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Weekend Winners Move On To NCAA's Sweet 16


Well, we've reached the Sweet 16 in men's college basketball. And that happened after quite a weekend. There were close games; some top seeds fell, including Gonzaga and Georgetown, and a new Cinderella has arrived on stage.

NPR's Mike Pesca has been following all the madness and he's on the line with us. And, Mike, four words: Florida Gulf Coast University.

MIKE PESCA, BYLINE: Yeah, speaking of 16, that's how old that school is. But the FGCU Eagles have certainly proved to be...

GREENE: Champs. They're doing it. Yeah, 15 seed. I mean first...

PESCA: Fifteen seed...

GREENE: I mean, first to win two games in this tournament, right?

PESCA: That's right and here's the amazing thing. OK, well, first of all, the tournament is a great spectacle. If I told you - if I told even a really big college basketball fan - that...

GREENE: That I am.


PESCA: OK. That San Diego State and Florida Gulf Coast were playing and I told you that two months ago, you'd say...

GREENE: You're nuts.

PESCA: Yeah, maybe there's a rerun of "The Golden Girls" on or something.


PESCA: Not a compelling game, but because of the environment it was fantastic. And so, I think one of the reasons that Florida Gulf Coast has been able to do what they've done - and they've impressed and they've been so athletic, and they've out-rebounded and dunked all the supposedly physically superior teams - is because there's this phrase that the coaches use to say: let's not bow out. They always say - Larry Eustachy of Colorado State emphasized this. A lot of coaches say, you know, we're not just happy to be here.

And I always heard that phrase as emphasizing the don't be happy to be here, be serious - put your game faces on. But I think what Florida Gulf Coast did is they've attached the word "just" in that phrase. They're not just happy to be here but they're certainly happy to be here. And they have shooting contest from half court to end their drills. And they're playing with such exuberance that it doesn't seem to have dawned on them that they haven't - that they aren't supposed to dunk all over their opponents.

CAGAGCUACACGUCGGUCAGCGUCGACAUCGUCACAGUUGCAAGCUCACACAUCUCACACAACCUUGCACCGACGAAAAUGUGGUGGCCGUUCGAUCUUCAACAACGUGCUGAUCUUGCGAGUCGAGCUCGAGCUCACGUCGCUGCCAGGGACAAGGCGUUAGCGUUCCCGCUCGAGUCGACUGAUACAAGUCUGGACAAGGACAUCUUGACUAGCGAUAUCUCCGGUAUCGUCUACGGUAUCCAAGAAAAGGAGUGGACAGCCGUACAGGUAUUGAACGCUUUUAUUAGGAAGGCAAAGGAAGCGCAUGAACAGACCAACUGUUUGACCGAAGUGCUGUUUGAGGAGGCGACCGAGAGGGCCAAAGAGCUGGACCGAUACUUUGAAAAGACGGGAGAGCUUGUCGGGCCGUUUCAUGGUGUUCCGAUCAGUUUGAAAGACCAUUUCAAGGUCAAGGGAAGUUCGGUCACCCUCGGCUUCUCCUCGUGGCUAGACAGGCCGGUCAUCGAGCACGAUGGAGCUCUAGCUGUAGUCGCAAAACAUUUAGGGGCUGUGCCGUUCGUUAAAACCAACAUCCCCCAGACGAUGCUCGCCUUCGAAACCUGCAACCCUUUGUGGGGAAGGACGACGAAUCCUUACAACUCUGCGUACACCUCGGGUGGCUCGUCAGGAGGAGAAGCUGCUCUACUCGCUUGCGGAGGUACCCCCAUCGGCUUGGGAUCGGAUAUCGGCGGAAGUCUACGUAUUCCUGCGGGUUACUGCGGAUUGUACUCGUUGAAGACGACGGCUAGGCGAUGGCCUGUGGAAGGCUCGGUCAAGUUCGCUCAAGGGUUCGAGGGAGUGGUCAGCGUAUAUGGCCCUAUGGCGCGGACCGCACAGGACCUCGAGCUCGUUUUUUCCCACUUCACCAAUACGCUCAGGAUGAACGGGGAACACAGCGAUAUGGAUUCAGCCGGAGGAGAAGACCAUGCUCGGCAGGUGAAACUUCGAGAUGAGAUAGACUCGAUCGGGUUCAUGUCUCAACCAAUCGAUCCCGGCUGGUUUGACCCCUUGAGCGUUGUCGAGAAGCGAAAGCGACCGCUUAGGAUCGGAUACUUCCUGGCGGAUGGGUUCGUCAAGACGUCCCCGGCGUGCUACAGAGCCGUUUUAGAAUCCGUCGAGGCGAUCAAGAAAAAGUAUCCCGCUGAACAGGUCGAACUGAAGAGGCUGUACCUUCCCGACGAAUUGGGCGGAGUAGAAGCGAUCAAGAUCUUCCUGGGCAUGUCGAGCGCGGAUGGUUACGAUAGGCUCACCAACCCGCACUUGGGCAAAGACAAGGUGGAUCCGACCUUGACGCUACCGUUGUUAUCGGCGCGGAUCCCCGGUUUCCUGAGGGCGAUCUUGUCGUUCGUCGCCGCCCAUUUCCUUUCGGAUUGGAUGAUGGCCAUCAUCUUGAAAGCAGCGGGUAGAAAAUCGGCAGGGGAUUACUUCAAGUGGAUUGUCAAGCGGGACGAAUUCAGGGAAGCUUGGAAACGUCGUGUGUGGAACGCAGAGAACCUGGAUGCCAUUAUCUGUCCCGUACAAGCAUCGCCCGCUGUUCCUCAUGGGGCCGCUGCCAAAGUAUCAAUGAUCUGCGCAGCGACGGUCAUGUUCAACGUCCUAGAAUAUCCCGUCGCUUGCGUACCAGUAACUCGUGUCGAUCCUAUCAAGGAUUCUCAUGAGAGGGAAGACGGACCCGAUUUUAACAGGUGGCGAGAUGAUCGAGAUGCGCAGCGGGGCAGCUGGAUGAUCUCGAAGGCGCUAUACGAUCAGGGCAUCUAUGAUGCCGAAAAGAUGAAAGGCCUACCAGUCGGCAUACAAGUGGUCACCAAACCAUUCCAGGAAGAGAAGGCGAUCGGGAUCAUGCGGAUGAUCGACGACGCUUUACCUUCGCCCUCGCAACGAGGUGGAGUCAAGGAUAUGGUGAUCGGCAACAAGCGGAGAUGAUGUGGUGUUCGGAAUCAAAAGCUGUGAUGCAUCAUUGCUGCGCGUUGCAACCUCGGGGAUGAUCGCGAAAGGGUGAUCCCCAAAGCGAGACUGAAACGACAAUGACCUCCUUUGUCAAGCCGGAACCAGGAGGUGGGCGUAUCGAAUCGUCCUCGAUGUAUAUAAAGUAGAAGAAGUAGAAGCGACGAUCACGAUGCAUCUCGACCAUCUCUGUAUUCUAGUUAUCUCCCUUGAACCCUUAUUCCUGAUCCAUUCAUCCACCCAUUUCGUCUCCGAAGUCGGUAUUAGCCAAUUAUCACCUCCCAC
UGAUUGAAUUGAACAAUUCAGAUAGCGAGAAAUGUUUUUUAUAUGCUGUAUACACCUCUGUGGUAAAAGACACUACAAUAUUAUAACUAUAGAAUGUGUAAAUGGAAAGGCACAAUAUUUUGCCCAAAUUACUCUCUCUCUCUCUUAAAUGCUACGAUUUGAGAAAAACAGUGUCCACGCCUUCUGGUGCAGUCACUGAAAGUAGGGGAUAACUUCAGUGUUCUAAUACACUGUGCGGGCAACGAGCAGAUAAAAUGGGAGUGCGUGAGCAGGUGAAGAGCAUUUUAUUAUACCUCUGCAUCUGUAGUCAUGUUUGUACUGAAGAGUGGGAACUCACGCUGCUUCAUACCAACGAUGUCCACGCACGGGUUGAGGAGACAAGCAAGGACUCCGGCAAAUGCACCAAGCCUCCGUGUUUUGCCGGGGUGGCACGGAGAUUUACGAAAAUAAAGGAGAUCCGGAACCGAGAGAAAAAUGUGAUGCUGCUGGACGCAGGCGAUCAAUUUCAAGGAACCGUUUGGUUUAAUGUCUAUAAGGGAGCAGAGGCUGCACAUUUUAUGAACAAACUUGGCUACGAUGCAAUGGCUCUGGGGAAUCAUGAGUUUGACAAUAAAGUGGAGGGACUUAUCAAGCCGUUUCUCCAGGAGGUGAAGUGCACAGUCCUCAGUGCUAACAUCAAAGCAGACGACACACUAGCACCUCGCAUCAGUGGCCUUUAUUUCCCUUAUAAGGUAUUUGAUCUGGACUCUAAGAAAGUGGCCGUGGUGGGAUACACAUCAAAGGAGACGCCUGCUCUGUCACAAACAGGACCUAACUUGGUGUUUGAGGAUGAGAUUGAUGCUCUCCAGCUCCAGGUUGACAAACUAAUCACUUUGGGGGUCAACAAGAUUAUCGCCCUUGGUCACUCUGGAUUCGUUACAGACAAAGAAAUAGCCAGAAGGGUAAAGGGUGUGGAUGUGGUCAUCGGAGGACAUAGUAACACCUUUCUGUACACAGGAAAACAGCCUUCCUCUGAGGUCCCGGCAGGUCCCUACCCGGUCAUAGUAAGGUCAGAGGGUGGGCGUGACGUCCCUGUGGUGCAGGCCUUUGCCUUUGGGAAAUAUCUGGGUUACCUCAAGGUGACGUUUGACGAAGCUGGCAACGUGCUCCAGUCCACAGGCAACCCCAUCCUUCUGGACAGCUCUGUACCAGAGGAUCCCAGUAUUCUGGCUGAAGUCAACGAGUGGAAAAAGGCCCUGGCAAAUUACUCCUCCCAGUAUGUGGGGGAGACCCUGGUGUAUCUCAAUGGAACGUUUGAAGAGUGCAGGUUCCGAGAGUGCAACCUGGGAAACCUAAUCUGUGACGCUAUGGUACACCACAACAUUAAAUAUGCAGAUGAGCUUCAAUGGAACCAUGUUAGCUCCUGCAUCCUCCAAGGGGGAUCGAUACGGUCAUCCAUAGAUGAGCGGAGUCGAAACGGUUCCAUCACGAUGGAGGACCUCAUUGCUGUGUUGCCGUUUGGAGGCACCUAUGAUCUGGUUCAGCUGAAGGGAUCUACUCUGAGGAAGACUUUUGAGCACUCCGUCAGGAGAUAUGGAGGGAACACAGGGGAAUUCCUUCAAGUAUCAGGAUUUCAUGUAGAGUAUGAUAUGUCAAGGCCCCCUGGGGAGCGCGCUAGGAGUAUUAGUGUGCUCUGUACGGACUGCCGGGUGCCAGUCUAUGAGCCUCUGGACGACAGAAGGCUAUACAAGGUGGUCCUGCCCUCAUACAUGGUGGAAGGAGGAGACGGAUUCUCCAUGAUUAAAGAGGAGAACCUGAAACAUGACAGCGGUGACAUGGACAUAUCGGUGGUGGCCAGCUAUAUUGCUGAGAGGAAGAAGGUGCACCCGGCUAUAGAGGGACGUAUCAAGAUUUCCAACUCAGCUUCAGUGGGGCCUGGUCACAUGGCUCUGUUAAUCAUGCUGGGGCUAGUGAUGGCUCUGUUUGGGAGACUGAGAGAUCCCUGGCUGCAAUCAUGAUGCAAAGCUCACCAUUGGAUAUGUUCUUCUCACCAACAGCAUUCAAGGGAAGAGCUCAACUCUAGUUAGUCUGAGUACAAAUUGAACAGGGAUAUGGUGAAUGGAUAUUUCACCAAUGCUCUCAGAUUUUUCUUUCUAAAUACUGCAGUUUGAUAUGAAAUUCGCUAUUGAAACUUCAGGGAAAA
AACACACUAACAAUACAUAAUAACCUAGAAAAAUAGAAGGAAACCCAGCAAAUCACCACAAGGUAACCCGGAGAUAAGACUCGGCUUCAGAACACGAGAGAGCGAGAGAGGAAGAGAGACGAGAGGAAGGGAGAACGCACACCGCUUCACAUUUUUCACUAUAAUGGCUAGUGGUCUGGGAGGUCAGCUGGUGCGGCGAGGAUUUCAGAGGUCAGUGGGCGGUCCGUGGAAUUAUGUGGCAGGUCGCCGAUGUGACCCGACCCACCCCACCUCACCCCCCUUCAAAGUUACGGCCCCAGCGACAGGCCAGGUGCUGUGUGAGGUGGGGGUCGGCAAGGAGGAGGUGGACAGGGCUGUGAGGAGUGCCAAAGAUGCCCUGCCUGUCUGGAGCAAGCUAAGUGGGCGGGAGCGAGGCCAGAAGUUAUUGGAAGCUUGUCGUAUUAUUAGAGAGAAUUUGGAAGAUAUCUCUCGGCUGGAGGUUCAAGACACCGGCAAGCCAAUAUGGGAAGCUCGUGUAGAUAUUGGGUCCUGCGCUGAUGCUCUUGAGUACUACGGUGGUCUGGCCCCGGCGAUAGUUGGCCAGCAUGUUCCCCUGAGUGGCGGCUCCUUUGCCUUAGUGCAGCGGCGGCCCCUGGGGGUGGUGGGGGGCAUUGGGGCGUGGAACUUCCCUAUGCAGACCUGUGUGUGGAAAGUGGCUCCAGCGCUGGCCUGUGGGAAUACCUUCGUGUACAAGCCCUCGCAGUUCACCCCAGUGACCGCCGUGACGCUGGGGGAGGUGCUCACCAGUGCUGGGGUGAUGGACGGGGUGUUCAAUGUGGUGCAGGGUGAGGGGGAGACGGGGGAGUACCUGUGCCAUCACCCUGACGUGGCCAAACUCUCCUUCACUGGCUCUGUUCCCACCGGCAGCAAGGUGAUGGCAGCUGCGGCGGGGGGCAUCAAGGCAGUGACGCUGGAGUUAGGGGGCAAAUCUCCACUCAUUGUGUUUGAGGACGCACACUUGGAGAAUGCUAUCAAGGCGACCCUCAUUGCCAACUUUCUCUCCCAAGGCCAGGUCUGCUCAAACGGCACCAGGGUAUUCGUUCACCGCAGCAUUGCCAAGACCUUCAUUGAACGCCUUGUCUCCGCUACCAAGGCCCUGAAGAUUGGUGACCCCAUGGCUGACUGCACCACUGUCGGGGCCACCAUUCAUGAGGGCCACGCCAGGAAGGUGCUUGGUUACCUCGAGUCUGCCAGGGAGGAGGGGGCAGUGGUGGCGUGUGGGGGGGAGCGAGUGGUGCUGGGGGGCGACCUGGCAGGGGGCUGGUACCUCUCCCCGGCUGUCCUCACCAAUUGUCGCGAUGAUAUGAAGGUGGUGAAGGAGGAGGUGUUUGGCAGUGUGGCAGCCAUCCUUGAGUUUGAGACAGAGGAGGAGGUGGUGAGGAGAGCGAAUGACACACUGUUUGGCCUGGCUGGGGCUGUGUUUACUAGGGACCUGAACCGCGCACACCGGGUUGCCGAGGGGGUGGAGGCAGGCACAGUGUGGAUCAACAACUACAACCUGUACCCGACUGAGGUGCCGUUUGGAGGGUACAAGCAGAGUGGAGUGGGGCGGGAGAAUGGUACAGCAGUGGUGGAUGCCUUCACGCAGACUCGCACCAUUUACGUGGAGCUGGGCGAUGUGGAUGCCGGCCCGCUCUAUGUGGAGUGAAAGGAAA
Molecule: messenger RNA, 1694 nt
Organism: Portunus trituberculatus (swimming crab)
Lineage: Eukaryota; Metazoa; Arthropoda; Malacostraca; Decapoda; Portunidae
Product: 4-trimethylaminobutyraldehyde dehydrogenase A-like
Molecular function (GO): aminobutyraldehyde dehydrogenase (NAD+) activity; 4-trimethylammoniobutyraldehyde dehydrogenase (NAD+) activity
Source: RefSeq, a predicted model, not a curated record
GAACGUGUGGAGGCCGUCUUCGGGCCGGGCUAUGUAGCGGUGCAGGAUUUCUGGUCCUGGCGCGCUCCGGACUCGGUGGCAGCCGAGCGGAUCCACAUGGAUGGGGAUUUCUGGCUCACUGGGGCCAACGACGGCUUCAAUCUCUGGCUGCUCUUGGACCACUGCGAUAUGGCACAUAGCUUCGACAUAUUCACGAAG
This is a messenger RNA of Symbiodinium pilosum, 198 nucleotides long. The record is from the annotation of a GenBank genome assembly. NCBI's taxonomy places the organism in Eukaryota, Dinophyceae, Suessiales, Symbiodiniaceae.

GREENE: They're having fun.

PESCA: Exactly and so are we.

GREENE: Yeah, so are we.


GREENE: Well, I mean there are some - speaking of fun - some really great close games. But I wanted to ask you about that - the last second game-winning shot by Ohio State's Aaron Craft against Iowa State, that there was a real controversy leading up to that moment.

PESCA: Well, yeah. Because beforehand, Aaron Craft who does everything on offense and defense, so he's the protagonist, he's the antagonist - sometimes for good, sometimes for ill. He missed a lot of good free throws. He slid over on defense and drew a charge that was debated to a fare thee well, the forensics of where his ankle was. It just shows that he's a player who gets involved in every play. And he comes down and calmly shoots the three that wins the game for Ohio State.

Last tournament there were no buzzer beaters. And now, that technically wasn't a buzzer beater. This year, there've been three shots within the final seconds and that makes for an exciting tournament, too.

GREENE: A case of a good, well-known player getting the call his way sometimes, maybe?

PESCA: No, I think that you could debate if he was in position or not. But it's sort of unfair to look at this TV tape in a way that referees couldn't. And it's some sort of unfair to look at a guy's ankle hovering over a line and say, well, it was clearly hovering, when in the split second moment it just appeared to the referees he got in position. And that's how basketball has always been played. If you make an impression on the referees, you're in position, and a charge took that basket the other way.

GREENE: OK, we have a little time left. You actually made a prediction: Minnesota over UCLA. I mean you are making some good predictions this week.

PESCA: Well, I sort of advised...

GREENE: Five and that would be a good idea to take that pick.

PESCA: Yeah, right.

GREENE: So who's intimidating at this point? What are your predictions this week, as we...

PESCA: Well, we haven't mentioned La Salle. And it's the first time not only that a 15 has won two games, there's a 15 seed, a 13 seed, a 12 seed in the tournament. And of all of these seeds in the double digits, I think perhaps La Salle has a shot to advance. And then as I also look at the teams that seem strong, Louisville, of course, just so active with their defense.

But I would say of all the teams are top-seeds, Florida State seems to have the clearest path to the Final Four. That's said, you had to fill your brackets in already. You can do nothing with what I've just said.


GREENE: There you have it. NPR's Mike Pesca, thanks Mike.

PESCA: You're welcome. Transcript provided by NPR, Copyright NPR.

David Greene is an award-winning journalist and New York Times best-selling author. He is a host of NPR's Morning Edition, the most listened-to radio news program in the United States, and also of NPR's popular morning news podcast, Up First.
Mike Pesca
Mike Pesca first reached the airwaves as a 10-year-old caller to a New York Jets-themed radio show and has since been able to parlay his interests in sports coverage as a National Desk correspondent for NPR based in New York City.